As year-end approaches, taxpayers and tax professionals alike are doing their best to navigate the intricacies and unknowns associated with tax planning in an election year almost entirely enveloped by the COVID-19 crisis. Many taxpayers will have lower income and investment contributions well below what’s generally expected in less eventful years. In years with lower income, a Roth IRA conversion may be beneficial.
Generally, we’re looking at converting a traditional IRA to a Roth IRA; however, other conversion opportunities exist, such as converting from a Rollover IRA, SEP IRA, or an old 401(k). As we get to year-end, I am completing tax projections for clients to determine the marginal tax rate benefit of the conversion. For many taxpayers, a closer look at a conversion may prove it to be a smart tax planning move for 2020.
What are the general benefits of choosing a Roth IRA?
In general, pandemic years aside, Roth IRAs have a number of potential benefits worth considering as part of your overall retirement plan. They allow the account holder to grow tax-free investments and to make tax-free transfer to heirs. Roth IRAs do not have required minimum distributions (RMDs). Once you have reached the age of 59 ½ and your IRAs 5-year aging period has been met, withdrawals, anytime and for any reason, are tax-free and penalty-free. Additionally, there are no eligibility requirements to convert.
Why may now be a good time, specifically?
Under current law, Roth IRA contributions may not exceed $6,000 ($7,000 if you’re 50 years of age or older), or your taxable compensation for the year, if it is less. If contributions are made over the allowable limit, a 6% excise tax per year will be imposed on the excess amount for each year it remains in the IRA.
For 2020, tax filers with MAGI of $124,000 or more ($196,000 or more if married, filing jointly) are ineligible to contribute, and tax filers with MAGI between $124,000 and $139,000 (between $196,000 and $206,000 if married, filing jointly) may only contribute a reduced amount. For 2021, tax filers with MAGI of $125,000 or more ($198,000 or more if married, filing jointly) are ineligible to contribute, and tax filers with MAGI between $125,000 and $140,000 (between $198,000 and $208,000 if married, filing jointly) may only contribute a reduced amount. With lower income, and thus lower MAGI, expected going into 2021, some taxpayers who were previously ineligible or limited in their contributions, will have the opportunity to contribute to a tax-free pool of cash.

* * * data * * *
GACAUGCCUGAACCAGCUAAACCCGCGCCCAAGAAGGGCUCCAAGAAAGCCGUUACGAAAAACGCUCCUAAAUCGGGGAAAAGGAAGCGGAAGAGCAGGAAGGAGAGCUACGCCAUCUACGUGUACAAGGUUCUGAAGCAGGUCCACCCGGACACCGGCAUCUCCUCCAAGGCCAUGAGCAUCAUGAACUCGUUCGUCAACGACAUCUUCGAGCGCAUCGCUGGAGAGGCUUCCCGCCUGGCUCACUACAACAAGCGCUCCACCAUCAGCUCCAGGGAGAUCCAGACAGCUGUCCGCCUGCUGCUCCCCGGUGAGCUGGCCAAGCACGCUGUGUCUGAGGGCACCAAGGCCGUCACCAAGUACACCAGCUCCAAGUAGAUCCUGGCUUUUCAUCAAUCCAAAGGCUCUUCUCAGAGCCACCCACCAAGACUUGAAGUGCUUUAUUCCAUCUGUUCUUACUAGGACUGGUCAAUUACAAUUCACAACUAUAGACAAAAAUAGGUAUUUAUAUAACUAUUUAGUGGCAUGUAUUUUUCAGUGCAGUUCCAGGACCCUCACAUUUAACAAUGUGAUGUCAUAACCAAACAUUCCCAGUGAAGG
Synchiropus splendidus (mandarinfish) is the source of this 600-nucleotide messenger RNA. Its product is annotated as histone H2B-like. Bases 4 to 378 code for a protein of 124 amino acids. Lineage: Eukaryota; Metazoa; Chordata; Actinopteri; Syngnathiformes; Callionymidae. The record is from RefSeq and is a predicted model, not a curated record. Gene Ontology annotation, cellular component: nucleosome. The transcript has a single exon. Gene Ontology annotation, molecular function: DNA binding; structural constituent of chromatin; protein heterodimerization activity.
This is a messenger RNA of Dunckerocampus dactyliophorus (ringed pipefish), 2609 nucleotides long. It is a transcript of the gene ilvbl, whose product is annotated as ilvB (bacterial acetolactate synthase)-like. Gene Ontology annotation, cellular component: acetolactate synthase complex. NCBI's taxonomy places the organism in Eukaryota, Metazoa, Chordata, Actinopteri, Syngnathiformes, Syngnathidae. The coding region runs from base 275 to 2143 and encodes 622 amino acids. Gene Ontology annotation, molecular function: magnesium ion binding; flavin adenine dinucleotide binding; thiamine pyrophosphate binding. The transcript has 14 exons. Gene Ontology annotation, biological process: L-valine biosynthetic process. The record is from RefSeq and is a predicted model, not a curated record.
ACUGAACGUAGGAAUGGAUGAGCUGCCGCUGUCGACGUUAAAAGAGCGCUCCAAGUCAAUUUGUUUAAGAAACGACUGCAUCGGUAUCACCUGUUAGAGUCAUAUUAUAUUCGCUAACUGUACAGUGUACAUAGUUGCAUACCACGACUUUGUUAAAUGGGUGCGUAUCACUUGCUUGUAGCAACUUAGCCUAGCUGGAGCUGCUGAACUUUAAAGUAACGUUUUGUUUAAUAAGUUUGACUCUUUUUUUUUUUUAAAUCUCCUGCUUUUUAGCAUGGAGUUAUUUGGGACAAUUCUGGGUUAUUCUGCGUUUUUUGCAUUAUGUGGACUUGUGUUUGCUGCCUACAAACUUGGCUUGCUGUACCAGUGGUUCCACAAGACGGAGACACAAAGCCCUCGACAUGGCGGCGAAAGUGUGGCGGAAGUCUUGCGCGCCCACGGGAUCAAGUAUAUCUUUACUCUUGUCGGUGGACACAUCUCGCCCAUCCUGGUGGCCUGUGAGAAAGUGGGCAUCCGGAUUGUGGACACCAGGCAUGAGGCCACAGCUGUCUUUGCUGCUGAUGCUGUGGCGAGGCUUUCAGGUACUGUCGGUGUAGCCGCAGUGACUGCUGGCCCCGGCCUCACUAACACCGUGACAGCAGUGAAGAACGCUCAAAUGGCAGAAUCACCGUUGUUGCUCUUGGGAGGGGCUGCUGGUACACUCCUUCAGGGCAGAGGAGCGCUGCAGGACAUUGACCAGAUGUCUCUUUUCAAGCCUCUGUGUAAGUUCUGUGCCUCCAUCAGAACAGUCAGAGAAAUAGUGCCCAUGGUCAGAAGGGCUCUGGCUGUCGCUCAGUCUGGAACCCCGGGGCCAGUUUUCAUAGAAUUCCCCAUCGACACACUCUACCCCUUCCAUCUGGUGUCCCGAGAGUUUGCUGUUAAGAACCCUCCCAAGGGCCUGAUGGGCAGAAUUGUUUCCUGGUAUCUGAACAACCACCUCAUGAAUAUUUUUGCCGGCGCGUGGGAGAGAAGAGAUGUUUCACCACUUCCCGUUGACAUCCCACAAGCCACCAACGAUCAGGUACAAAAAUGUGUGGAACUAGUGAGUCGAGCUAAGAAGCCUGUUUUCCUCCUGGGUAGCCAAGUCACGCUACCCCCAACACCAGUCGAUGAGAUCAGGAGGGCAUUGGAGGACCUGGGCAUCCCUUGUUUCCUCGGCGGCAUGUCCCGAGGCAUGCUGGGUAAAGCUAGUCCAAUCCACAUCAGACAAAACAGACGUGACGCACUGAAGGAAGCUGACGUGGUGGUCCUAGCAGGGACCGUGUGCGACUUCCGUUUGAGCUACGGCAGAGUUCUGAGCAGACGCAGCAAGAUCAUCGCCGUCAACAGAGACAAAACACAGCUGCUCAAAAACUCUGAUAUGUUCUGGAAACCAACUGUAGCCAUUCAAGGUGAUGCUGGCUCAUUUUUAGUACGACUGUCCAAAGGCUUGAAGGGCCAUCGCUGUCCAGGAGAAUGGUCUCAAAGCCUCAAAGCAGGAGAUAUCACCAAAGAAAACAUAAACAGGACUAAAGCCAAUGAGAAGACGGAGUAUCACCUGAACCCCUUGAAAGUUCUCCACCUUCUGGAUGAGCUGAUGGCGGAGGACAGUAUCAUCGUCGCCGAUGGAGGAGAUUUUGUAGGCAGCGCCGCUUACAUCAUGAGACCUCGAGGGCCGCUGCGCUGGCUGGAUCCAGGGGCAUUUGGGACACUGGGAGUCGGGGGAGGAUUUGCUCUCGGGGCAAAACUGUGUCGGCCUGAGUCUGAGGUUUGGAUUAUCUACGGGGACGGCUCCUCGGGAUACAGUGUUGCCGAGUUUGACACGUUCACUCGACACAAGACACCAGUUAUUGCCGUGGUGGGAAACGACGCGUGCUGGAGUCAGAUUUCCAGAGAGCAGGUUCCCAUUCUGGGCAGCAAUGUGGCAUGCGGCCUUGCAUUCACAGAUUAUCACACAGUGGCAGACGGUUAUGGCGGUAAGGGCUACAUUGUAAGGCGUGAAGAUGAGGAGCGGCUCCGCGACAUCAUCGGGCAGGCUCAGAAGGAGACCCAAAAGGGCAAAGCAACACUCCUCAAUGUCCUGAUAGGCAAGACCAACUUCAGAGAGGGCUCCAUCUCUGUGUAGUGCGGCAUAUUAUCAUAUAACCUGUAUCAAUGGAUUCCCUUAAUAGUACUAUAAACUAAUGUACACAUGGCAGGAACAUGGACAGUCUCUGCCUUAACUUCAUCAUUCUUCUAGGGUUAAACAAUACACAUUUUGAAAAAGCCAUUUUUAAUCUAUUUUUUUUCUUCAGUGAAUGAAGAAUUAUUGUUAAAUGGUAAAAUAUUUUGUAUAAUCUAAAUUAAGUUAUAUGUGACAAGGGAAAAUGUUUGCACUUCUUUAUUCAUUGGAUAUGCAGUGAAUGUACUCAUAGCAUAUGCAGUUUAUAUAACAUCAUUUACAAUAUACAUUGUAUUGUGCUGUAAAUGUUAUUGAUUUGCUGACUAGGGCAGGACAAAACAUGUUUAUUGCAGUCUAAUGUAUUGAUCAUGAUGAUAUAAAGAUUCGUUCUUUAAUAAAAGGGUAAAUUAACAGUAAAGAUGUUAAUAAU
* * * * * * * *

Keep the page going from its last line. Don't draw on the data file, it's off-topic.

If you own a pass-thru entity and you are entitled to claim a loss, a Roth IRA conversion can be advantageous because you will report income that possibly will not be subject to any tax. Self-employed, Schedule C filers with 2020 exemptions and deductions that exceed their 2020 AGI may have negative taxable income as a result. This means income may be added, up to the negative amount, without incurring any tax.
Generally, you have to pay any RMDs before converting to a Roth IRA; however, the CARES Act waived the RMD for 2020, so a conversion now would not require payment of the RMD beforehand. Current tax rates may be lower than what’s in store for future rates as well, especially considering the post-election uncertainty as we transition to a new administration. Lower income for the year may also put you at a lower tax rate, which makes a conversion less costly.
What are the cost considerations related to a conversion?
A Roth IRA conversion can have major effects on your taxes, so understanding the possible outcomes and performing relevant projections are key considerations. I assist my clients with tax projections to determine the marginal tax rate benefit of the conversion. I work with many of my clients’ investment advisors to determine the cost-benefit analysis.
It’s also important to remember that a Roth IRA must be in existence for 5 years following the first contribution before a withdrawal of earnings can be tax-free. Even if you reach the age of 59 ½ before that 5-year aging period ends, you still have to wait.
Converting a traditional IRA to a Roth IRA will generate taxable income, so care should be taken to ensure the conversion will not put you in a higher tax bracket. Conversion isn’t an all-or-nothing event, so you can tailor the amount you convert to match your ability to meet the resulting liability and stay within your desired tax bracket.
As a general rule, the tax liability from the conversion should not be paid with retirement funds if you can avoid it. Using retirement funds takes away your ability to maximize the growth of your tax-free investment, and, if you have not reached the age of 59 ½, your withdrawal is subject to the 10% federal penalty.
LGA’s Individual Tax Services Team can assist you in developing and implementing strategies to reduce your tax liability, maximize your tax benefits, and keep you on the right track to achieve your financial goals. Contact me today to discuss whether a Roth IRA conversion is a smart 2020 tax planning move for you.
Check out what else the LGA team is saying about tax planning during COVID-19.
by Marci Cohen
Marci Cohen is a Partner at LGA. She has over 30 years of experience in providing individual and entity tax planning and compliance services. Marci’s focus is on high-net-worth individuals and families with complex reporting and planning needs, as well as their associated trusts, estates, and entities. With her collaborative and diligent tax planning approach, Marci ensures that her clients are able to achieve their personal financial goals.